The company’s fourth quarter saw a decrease in gross profit margin, while Tesla's overall share of profits from automotive sales slipped. EBITDA margins also decreased in Q4. While overall free cash flow improved in 2022, the fourth quarter saw net cash from operating activities decrease by 29 per cent, while free cash flow shrunk by nearly half.
Tesla's stock price was still up slightly on the news, but given that its value has halved since January 2022 it has a long way to go.
Some of this might be due to the way that Tesla spun its results to the great unwashed. According to Tesla the electric car maker brought in $24.32 billion in revenue in the final three months of 2022 – a 37 per cent year-over-year increase. Earnings per share were up 40 per cent year-over-year to $1.19, and both figures beat Wall Street's expectations. Profit from the quarter amounted to $3.7 billion, up 59 per cent.
It is all numbers, we guess and it just depends on which ones you choose to look at.
Musk claimed that he was hoping that a recession to bring expenses down.
"If the recession is a serious one and I think it probably will be, but I hope it isn't, that would lead to meaningful decreases in almost all of our input costs," Musk said. Of course, if there is a recession we would not have thought that people could afford expensive items like Teslas, but then again we are not business geniuses.
Tesla missed its growth objectives for 2022 and delivered fewer vehicles than analysts expected, though deliveries were still up year-over-year, as was production. The automaker slashed prices around the globe a few weeks ago. Price cuts were necessary to conform to new electric vehicle incentives.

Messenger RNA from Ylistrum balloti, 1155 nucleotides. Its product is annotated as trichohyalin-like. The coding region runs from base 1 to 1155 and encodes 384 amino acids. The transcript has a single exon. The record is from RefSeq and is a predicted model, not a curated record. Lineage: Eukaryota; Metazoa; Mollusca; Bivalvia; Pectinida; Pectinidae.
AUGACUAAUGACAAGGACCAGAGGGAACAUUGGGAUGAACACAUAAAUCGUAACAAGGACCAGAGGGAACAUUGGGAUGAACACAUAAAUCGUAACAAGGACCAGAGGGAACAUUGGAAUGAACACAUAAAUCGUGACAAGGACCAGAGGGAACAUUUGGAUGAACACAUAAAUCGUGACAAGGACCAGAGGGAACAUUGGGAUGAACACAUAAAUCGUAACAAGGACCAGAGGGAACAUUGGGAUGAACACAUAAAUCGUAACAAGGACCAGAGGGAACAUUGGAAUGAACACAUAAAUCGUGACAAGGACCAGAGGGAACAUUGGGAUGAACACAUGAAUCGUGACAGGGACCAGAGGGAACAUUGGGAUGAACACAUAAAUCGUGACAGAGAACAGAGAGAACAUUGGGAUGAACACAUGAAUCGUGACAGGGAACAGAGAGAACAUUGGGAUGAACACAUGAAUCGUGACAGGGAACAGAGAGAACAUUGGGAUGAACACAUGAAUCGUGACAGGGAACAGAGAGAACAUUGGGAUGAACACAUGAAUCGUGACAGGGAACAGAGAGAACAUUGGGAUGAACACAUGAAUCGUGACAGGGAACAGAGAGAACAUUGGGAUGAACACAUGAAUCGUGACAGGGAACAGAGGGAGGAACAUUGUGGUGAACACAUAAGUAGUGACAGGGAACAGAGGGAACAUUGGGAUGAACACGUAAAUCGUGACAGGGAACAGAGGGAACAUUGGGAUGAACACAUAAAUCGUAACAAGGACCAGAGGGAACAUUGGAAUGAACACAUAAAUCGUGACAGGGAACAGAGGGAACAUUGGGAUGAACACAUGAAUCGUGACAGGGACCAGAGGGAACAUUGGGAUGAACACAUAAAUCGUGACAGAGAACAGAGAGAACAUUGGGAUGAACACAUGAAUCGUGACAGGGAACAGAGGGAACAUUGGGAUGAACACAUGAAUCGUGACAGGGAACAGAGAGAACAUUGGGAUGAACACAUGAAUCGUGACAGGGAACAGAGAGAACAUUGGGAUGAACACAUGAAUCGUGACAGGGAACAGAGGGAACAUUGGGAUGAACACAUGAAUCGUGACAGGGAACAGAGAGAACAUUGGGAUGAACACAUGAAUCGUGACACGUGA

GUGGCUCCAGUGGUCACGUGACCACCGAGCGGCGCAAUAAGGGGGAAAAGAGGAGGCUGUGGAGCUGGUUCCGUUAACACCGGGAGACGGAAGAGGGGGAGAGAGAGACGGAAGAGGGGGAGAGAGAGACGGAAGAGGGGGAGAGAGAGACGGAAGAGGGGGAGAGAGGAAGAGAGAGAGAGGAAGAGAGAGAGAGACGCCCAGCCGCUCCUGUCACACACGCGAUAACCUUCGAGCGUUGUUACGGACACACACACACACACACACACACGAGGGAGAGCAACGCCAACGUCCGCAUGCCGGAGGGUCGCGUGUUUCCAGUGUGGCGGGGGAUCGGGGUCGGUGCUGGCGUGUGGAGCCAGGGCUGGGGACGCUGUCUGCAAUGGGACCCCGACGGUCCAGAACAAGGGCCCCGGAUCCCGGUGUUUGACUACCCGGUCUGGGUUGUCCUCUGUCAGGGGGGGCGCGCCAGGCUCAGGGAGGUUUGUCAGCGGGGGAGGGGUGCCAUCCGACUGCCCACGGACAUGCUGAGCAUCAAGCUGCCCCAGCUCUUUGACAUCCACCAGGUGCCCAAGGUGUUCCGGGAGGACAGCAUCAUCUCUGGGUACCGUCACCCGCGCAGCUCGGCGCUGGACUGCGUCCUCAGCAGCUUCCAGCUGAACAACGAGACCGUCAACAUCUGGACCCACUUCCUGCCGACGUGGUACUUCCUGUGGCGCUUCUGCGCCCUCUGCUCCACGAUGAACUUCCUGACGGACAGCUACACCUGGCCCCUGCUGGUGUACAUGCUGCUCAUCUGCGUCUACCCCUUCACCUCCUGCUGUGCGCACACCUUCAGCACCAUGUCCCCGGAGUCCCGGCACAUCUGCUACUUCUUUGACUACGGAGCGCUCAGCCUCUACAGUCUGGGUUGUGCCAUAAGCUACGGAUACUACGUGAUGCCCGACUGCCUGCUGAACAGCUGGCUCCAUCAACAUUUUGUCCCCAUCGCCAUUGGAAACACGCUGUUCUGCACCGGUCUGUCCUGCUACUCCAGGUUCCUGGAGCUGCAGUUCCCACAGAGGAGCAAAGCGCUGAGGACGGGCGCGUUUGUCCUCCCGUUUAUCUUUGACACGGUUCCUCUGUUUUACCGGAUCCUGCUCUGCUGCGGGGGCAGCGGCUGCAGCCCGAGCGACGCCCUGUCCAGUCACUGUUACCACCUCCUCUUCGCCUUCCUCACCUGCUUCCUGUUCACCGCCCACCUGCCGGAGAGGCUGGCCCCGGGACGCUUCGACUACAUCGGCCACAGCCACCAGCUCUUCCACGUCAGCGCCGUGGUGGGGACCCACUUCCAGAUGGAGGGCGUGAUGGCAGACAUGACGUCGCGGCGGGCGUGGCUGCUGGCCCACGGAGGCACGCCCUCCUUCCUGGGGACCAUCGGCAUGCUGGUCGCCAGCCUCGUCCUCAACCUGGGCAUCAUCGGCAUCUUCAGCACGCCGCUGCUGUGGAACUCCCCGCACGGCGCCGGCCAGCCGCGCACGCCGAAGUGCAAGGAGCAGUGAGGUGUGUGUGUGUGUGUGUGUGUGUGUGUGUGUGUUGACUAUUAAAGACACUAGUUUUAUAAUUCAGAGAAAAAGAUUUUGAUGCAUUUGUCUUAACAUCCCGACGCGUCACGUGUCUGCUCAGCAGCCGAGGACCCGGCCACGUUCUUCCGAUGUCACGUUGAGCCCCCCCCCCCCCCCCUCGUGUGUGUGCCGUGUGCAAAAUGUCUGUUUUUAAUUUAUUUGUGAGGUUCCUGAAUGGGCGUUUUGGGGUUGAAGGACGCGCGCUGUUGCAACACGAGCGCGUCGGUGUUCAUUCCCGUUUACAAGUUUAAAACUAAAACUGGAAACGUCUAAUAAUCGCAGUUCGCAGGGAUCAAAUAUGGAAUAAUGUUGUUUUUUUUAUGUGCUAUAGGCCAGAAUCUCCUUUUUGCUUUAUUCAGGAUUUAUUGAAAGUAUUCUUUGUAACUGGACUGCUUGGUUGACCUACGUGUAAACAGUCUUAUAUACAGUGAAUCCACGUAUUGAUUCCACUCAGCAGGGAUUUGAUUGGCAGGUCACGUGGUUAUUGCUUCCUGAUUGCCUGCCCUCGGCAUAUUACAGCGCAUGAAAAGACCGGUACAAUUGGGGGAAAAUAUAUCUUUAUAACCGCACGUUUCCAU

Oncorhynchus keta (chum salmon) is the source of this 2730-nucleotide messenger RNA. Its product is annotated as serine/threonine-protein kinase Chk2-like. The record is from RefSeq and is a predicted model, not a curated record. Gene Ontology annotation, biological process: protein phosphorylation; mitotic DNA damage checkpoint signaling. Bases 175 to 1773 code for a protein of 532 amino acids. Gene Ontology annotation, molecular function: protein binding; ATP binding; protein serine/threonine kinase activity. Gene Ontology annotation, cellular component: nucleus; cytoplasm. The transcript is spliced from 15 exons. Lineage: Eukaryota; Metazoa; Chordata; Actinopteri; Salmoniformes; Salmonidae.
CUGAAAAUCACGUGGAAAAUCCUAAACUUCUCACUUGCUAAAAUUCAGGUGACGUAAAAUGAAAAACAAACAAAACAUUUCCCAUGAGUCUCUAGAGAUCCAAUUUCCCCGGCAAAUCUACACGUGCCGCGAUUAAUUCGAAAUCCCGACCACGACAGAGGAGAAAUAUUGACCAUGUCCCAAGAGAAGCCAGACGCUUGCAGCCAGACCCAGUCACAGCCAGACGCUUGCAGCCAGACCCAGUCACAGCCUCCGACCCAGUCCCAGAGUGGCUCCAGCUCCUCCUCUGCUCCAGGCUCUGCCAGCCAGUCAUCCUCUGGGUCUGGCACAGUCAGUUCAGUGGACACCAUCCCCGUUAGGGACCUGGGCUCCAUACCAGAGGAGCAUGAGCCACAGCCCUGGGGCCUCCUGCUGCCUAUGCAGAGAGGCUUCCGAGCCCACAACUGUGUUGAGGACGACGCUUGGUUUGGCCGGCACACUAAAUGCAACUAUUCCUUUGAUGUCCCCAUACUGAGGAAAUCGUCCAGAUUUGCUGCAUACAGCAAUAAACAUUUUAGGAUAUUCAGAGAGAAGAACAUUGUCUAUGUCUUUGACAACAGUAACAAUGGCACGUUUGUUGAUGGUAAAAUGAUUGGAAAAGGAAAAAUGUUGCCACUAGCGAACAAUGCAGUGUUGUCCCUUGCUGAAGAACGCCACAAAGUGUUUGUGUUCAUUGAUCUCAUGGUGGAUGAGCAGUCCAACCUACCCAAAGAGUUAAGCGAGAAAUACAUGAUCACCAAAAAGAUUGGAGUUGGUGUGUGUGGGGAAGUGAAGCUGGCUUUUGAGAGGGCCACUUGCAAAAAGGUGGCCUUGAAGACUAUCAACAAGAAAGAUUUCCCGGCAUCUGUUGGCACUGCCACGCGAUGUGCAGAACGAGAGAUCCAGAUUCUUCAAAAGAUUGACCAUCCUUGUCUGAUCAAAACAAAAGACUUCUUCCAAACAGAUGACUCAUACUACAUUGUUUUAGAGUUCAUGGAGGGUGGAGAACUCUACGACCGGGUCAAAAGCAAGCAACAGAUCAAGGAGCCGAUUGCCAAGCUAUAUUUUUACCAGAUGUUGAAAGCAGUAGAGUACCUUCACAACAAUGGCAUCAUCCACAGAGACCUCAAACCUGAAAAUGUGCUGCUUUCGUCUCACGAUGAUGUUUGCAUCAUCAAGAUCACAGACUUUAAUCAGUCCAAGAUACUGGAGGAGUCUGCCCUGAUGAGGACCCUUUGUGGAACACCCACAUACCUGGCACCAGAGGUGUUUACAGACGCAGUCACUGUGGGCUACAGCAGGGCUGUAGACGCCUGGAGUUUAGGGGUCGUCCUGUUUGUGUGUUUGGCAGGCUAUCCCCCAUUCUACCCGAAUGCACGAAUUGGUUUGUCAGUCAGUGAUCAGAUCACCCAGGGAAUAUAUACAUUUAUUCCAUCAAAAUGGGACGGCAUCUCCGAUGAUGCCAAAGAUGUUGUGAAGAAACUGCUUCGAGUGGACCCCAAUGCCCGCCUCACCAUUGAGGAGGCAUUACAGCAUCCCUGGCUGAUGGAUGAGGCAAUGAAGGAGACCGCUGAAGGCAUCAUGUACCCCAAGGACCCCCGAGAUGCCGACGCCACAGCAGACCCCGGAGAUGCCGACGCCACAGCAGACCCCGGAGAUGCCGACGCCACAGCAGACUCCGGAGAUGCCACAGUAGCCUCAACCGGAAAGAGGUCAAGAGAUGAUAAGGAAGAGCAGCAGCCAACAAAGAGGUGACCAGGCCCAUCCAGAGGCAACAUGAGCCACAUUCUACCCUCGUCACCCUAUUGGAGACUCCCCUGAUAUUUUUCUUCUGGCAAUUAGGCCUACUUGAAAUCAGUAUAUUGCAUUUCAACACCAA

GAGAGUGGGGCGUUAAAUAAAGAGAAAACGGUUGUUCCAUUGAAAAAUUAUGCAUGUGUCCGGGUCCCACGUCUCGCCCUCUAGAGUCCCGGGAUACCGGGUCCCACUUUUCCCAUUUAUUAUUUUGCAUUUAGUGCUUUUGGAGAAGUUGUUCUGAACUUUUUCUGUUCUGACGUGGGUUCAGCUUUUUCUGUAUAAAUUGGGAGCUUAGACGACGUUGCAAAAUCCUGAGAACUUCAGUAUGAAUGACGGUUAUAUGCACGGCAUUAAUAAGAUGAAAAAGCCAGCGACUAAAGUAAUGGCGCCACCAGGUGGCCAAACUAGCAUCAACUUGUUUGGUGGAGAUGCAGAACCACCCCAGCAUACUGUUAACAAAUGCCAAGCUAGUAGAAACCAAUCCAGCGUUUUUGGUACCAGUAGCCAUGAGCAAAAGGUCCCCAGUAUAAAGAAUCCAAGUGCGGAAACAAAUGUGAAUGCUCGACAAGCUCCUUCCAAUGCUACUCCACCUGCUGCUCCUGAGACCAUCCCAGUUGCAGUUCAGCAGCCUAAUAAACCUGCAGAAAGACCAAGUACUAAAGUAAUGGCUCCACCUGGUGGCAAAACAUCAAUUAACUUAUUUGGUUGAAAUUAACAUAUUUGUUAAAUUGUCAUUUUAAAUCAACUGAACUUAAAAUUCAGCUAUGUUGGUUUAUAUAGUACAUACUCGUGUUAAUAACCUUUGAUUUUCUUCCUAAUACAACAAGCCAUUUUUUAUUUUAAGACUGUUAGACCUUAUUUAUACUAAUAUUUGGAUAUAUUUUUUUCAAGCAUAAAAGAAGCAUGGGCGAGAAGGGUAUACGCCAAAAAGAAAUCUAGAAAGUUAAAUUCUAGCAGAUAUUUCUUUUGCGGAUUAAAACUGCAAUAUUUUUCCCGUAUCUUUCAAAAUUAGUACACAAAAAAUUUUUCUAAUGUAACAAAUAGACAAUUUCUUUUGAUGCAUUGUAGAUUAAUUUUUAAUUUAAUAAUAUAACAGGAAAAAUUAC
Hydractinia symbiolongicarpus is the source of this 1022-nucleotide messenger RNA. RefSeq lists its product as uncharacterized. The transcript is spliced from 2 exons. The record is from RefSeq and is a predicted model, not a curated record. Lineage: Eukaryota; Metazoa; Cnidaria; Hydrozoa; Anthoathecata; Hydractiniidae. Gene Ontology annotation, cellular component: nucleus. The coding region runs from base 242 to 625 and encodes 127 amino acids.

Musk claimed Tesla's year-to-date orders have been the strongest in the automaker's history and are outselling the production rate by almost double. That would be a turnaround from the end of 2022, when Tesla reported producing 439,701 cars and delivering 405,278 of them.
"Demand far exceeds production, and we are making some small price increases as a result," Musk said.
Musk told shareholders that his popularity on Twitter was having a knock-on effect on the Tesla brand.
"Let me check my Twitter account. OK, so I've got 127 million followers. It continues to grow very rapidly. That suggests that I'm reasonably popular. I think
Twitter is actually an incredibly powerful tool for driving demand for Tesla," he said.
Other Tesla products are going the way of Musk’s promise that we would all be able to buy affordable robots last year.
When asked if the Cybertruck would enter production in the middle of 2023, Musk said it would begin "maybe sometime this summer."
He noted that the start of production is a slow process, "so I wouldn't put too much stock in start of production. It's kind of when does volume production actually happen, and that's next year."
Tesla is facing concerns that its driving technology is not up to snuff. Consumer Reports released details of its test of 12 active driver assist systems this week, which found Tesla's Autopilot was falling behind innovations from Ford, GM and other established automakers as concerns over the safety of Tesla's tech continue to grow.
Musk said during the call that an update to Autopilot was recently released to add full self-driving support on city streets, and the system showed clear safety improvements.